Six retailers opened for business today at the Sands Casino Resort, Bethlehem, Pennsylvania, in the next phase of expansion among Pennsylvania’s gambling halls. In a bid to become shopping and entertainment centres, just like their Atlantic City rivals, these six were the first stores to open inside the complex.
Sands president, Robert DeSalvio, said several more stores, including Guess and Coach, would open over the next four months. By early 2012, there are to be 31 stores that will lease space in the mall.
In a report by Philly.com, DeSalvio said: “Outlet shopping is always expanding in this economy” as he greeted the first shoppers and gave reporters a walking tour of the mall. “We’re happy to present this amenity to the Lehigh Valley.”
Owners of the casino, Las Vegas Sands Corp. reported solid third-quarter results last week. Net revenue increased 26.2 percent year-over-year to $2.41 billion.
Speaking of Las Vegas Sands, news today suggests the casino resort company plans to compete with Genting Group, and other gaming industry leaders, for one of three coveted resort casino licenses that would become available in South Florida under newly proposed legislation.
In a report by Miami Today, Andy Abboud, Vice President of Government Affairs for Las Vegas Sands, confirmed that Las Vegas Sands is interested in several blocks in the Park West area of downtown controlled by the Miami World Center group. He said: “We’re in active conversations with Miami World Center. We think that site is very attractive, but it doesn’t mean there aren’t other options out there.” He added that the Sands project would offer hotel rooms, entertainment venues, convention and meeting space in addition to a casino, but he said it is premature to discuss details.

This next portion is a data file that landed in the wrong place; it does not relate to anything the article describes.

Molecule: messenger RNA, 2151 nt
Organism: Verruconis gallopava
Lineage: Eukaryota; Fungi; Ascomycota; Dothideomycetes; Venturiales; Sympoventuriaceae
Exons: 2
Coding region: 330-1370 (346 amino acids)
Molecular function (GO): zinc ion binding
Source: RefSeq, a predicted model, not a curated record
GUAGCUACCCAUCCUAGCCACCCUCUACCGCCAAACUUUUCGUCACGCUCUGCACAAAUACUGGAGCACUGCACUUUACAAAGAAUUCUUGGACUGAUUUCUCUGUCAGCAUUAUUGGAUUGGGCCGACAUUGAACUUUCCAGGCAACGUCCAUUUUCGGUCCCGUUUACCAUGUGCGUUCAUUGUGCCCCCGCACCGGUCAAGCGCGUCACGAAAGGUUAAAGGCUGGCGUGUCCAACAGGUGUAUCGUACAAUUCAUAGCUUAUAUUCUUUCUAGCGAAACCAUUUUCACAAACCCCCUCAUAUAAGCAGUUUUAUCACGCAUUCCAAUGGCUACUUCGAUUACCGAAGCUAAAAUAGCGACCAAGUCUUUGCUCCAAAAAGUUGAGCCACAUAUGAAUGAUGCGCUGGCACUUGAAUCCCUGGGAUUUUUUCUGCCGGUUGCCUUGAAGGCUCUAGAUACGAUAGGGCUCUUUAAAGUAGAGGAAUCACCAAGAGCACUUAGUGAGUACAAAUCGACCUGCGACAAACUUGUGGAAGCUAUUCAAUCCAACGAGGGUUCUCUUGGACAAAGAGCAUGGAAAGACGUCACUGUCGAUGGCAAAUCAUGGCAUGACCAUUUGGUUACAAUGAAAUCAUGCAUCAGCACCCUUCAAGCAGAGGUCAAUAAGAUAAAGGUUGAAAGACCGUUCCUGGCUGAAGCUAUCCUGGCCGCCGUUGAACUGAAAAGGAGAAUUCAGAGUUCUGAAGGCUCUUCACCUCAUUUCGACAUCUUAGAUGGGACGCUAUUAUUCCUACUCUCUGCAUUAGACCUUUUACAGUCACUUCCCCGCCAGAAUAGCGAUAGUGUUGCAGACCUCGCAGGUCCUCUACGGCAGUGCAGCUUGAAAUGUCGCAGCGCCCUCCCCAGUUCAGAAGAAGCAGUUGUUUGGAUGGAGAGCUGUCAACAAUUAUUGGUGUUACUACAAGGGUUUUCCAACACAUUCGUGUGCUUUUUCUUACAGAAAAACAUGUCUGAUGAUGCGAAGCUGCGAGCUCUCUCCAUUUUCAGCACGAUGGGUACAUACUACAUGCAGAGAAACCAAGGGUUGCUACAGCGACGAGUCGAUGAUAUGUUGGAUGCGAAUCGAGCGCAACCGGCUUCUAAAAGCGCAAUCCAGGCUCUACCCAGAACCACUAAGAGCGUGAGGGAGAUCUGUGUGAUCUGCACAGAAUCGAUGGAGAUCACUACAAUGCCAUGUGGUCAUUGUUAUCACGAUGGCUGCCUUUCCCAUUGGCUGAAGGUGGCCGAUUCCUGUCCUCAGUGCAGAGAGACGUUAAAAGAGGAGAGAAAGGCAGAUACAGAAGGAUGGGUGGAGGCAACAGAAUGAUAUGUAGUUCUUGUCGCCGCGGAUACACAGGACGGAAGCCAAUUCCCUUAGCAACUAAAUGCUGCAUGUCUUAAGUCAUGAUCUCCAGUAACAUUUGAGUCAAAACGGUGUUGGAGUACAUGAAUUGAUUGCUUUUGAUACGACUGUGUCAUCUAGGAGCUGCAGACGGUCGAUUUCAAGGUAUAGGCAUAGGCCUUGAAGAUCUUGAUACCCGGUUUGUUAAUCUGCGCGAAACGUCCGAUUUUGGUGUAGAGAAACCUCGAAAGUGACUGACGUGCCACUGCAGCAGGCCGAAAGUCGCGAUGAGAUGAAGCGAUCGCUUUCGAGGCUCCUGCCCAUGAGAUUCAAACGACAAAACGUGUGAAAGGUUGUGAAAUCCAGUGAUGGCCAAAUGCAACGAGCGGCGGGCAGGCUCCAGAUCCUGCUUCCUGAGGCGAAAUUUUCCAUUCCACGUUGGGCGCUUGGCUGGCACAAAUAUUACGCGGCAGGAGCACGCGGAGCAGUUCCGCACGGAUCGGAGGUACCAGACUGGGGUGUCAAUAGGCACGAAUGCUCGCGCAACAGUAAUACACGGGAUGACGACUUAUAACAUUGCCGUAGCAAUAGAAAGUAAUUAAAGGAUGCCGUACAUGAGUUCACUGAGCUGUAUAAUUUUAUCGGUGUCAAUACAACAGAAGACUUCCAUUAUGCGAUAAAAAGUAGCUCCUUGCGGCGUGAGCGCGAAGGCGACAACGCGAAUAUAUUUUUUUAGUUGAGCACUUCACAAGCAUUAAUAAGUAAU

But not everybody is in favour for such ventures. Reports today confirm that a coalition of religious and anti-gambling groups are launching an aggressive lobbying campaign to convince the Legislature to reject a plan to allow massive luxury casinos in two South Florida counties.
Groups such as the Florida Baptist Convention, the Florida Catholic Conference, Florida Casino Watch and Florida Family Action (basically, a mass of bible-bashers and ill-informed gambling-haters) said they oppose any measure to expand gambling because it apparently “victimizes poor people, tempts compulsive gamblers, sullies the state’s family-friend image and could harm businesses that rely on tourists”.
Do they really think that way though – or were they brainwashed by the Bible and/or the government to think like that? Which ever, does anyone (except for themselves) really care? Perhaps someone should point out to them how casinos contribute greatly to a state’s or province’s economy with the large amount of tourism and revenue the gambling industry brings in.